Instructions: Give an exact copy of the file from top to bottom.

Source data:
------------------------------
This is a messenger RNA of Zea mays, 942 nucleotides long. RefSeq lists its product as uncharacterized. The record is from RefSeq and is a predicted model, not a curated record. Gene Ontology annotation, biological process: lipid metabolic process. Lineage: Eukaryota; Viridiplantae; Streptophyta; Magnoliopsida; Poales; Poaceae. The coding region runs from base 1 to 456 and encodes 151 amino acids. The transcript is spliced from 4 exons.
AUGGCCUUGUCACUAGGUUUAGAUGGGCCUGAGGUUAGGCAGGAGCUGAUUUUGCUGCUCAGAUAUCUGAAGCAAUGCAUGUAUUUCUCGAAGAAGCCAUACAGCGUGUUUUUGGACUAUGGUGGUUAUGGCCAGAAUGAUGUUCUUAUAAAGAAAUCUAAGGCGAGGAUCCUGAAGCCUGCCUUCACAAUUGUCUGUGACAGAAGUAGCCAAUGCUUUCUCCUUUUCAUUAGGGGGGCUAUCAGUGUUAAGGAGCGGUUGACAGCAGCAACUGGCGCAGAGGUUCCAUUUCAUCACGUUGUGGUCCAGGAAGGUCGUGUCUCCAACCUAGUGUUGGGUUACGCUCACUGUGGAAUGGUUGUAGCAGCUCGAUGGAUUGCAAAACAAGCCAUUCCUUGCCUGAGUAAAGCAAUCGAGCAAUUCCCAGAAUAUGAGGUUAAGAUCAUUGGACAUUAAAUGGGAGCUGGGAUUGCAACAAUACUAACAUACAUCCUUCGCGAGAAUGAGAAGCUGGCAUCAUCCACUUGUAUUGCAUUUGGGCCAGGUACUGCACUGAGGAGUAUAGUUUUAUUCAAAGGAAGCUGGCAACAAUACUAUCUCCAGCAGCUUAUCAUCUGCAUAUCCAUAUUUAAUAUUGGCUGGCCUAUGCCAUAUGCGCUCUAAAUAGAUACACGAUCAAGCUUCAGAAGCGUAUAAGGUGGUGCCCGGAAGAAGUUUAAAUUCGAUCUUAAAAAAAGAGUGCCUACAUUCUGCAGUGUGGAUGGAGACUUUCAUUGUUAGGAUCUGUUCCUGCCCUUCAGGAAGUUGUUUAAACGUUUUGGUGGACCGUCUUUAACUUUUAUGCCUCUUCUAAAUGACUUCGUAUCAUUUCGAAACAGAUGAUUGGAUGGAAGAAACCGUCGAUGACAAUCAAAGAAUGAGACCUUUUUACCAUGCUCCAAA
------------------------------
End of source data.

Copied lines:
This is a messenger RNA of Zea mays, 942 nucleotides long. RefSeq lists its product as uncharacterized. The record is from RefSeq and is a predicted model, not a curated record. Gene Ontology annotation, biological process: lipid metabolic process. Lineage: Eukaryota; Viridiplantae; Streptophyta; Magnoliopsida; Poales; Poaceae. The coding region runs from base 1 to 456 and encodes 151 amino acids. The transcript is spliced from 4 exons.
AUGGCCUUGUCACUAGGUUUAGAUGGGCCUGAGGUUAGGCAGGAGCUGAUUUUGCUGCUCAGAUAUCUGAAGCAAUGCAUGUAUUUCUCGAAGAAGCCAUACAGCGUGUUUUUGGACUAUGGUGGUUAUGGCCAGAAUGAUGUUCUUAUAAAGAAAUCUAAGGCGAGGAUCCUGAAGCCUGCCUUCACAAUUGUCUGUGACAGAAGUAGCCAAUGCUUUCUCCUUUUCAUUAGGGGGGCUAUCAGUGUUAAGGAGCGGUUGACAGCAGCAACUGGCGCAGAGGUUCCAUUUCAUCACGUUGUGGUCCAGGAAGGUCGUGUCUCCAACCUAGUGUUGGGUUACGCUCACUGUGGAAUGGUUGUAGCAGCUCGAUGGAUUGCAAAACAAGCCAUUCCUUGCCUGAGUAAAGCAAUCGAGCAAUUCCCAGAAUAUGAGGUUAAGAUCAUUGGACAUUAAAUGGGAGCUGGGAUUGCAACAAUACUAACAUACAUCCUUCGCGAGAAUGAGAAGCUGGCAUCAUCCACUUGUAUUGCAUUUGGGCCAGGUACUGCACUGAGGAGUAUAGUUUUAUUCAAAGGAAGCUGGCAACAAUACUAUCUCCAGCAGCUUAUCAUCUGCAUAUCCAUAUUUAAUAUUGGCUGGCCUAUGCCAUAUGCGCUCUAAAUAGAUACACGAUCAAGCUUCAGAAGCGUAUAAGGUGGUGCCCGGAAGAAGUUUAAAUUCGAUCUUAAAAAAAGAGUGCCUACAUUCUGCAGUGUGGAUGGAGACUUUCAUUGUUAGGAUCUGUUCCUGCCCUUCAGGAAGUUGUUUAAACGUUUUGGUGGACCGUCUUUAACUUUUAUGCCUCUUCUAAAUGACUUCGUAUCAUUUCGAAACAGAUGAUUGGAUGGAAGAAACCGUCGAUGACAAUCAAAGAAUGAGACCUUUUUACCAUGCUCCAAA